Shivering is a sign your pet is too cold and indicates the start of
hypothermia. A shivering pet should be slowly warmed until signs of
hypothermia are gone.

that can be changed easily.
Plenty of fresh clean  water that can be easily
reached by your dog .please make ssure the water is monitored a
minimum of five times a day

Two dangerous winter ailments to watch out for:

"Cell damage, tissue dehydration, and oxygen depletion caused by
freezing and thawing can lead to blood-cell disruption, clotting in
capillaries, and gangrene." Essentially your dog will freeze slowly from its
extremities inwards; the condition is extremely painful
Frostbite however, occurs in three stages of differing severity. So what
should you be looking for?

The early stages, or first degree frostbite, are easy to miss but look for
pale skin at the extremities of your dog such as, the ears, lips, tail, face,
feet, and scrotum; the affected area may also be hard or cold to the touch.
When the dog warms, its skin will look red, swell, and will become painful
before turning scaly. If your dog's circulation has been badly affected, the
tips of its extremities may even rub off; careful handling is essential.
Second degree frostbite will also see your dog developing skin blisters.
Third degree frostbite, the most serious, can be identified through your
dog's skin turning dark or black over a period of several days. Where the
flesh is badly injured, there is usually a clear difference/line between
damaged and healthy tissue. Sometimes third degree frostbite results in
gangrene and the necessity to amputate an affected area or limb.
Get your dog inside and gently warm the suspected frostbitten areas with
warm, never hot, water. Do not rub or massage the affected areas as this
could release toxins into your dog's bloodstream; you could also try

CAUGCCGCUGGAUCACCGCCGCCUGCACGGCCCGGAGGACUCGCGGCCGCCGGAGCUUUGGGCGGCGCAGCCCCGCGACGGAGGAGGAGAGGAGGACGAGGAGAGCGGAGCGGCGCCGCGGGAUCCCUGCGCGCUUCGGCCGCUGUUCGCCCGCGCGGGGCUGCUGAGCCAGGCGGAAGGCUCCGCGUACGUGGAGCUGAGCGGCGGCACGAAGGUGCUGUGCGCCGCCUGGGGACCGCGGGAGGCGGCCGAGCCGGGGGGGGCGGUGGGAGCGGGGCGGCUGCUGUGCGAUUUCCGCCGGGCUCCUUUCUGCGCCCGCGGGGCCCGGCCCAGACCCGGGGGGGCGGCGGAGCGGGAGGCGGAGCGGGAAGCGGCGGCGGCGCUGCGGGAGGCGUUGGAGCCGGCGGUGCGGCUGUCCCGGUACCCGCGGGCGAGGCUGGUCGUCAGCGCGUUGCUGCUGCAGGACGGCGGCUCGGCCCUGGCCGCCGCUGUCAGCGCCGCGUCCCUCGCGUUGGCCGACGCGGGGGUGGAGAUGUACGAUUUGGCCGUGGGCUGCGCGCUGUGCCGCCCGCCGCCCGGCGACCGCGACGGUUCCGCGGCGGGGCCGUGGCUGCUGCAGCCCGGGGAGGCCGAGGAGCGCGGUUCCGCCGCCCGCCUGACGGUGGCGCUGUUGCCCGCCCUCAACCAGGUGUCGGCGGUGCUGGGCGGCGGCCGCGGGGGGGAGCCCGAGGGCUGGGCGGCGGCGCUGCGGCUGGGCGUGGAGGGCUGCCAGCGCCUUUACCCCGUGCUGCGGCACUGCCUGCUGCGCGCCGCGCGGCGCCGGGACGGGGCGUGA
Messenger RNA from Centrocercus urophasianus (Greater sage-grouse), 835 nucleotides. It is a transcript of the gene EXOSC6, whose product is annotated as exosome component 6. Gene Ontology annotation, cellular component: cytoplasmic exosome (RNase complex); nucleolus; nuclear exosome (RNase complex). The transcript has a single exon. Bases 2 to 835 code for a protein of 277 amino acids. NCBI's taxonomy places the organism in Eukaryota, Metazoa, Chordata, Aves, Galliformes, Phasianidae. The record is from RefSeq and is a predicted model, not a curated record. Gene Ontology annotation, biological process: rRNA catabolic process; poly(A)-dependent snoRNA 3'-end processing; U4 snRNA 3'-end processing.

applying a warmed Vaseline type ointment. Once your dog is warmer,
gently dry it, taking care not to rub the affected parts; it is also important
that you stop your dog from licking or scratching the frostbitten areas. The
actual amount of damage that has been done to your dog's tissues will
probably not manifest itself for several days. In the meantime, your dog will
be in pain and may pain killers and may also require antibiotics to combat
infections. It is advisable to take your dog to a vet as soon as you can.
However, do not be tempted to turn up your vehicle's heating too high on
the journey; warm or slightly cool is best.
The best way to treat frostbite is really not to have your dog get it at all
through your vigilance on cold days and/or a selection of preventative
steps, such as, not allowing your dog to be outside too long, heated
shelters, and you, paying particular attention to your dog's ears, tail, and
feet; you should also be aware that frostbite is often accompanied by often
life threatening hypothermia, which should be treated first.


What To Watch For
The first sign of hypothermia is paleness and strong shivering. This may
be followed by listlessness to the point of lethargy and frostbite of certain
body parts such as the tail, tips of the ears, scrotum, and foot pads. If left
untreated, coma and heart failure may occur.
Hypothermia can occur in any of the following situations:

1.Exposure to cold for a long time
2.Wet fur and skin
3.Submersion in cold water for long time
5.Anesthesia given for a long duration

Immediate Care
1.Immediately warm some blankets on a radiator or in the clothes dryer.
2.Wrap the dog in the blankets.
3.Wrap a hot water bottle in a towel and place it against the dog’s
abdomen. Do not use it unwrapped, as this will burn the skin.
4.If the dog is conscious, give him warmed fluids to drink.
5.Check the dog’s temperature every 10 minutes: if it is below 98°F (36.7°
C), get immediate veterinary attention.
6.Once the temperature is above 100°F ( 37.8°C), you can remove the
hot water bottle to avoid overheating. Keep the dog in a warm room.
Please advise your veterinarian if you suspect your dog may be
hypodermic, the above steps are for  immediate care
Hypothermia can be prevented by avoiding prolonged exposure to cold
temperatures. This is especially important for dogs that are considered to
be at-risk. Factors that increase an animal's risk for hypothermia include
very young or old age, low body fat, hypothyroidism, and anesthesia. Dog
clothes, boots, and other accessories can help breeds with thinner fur and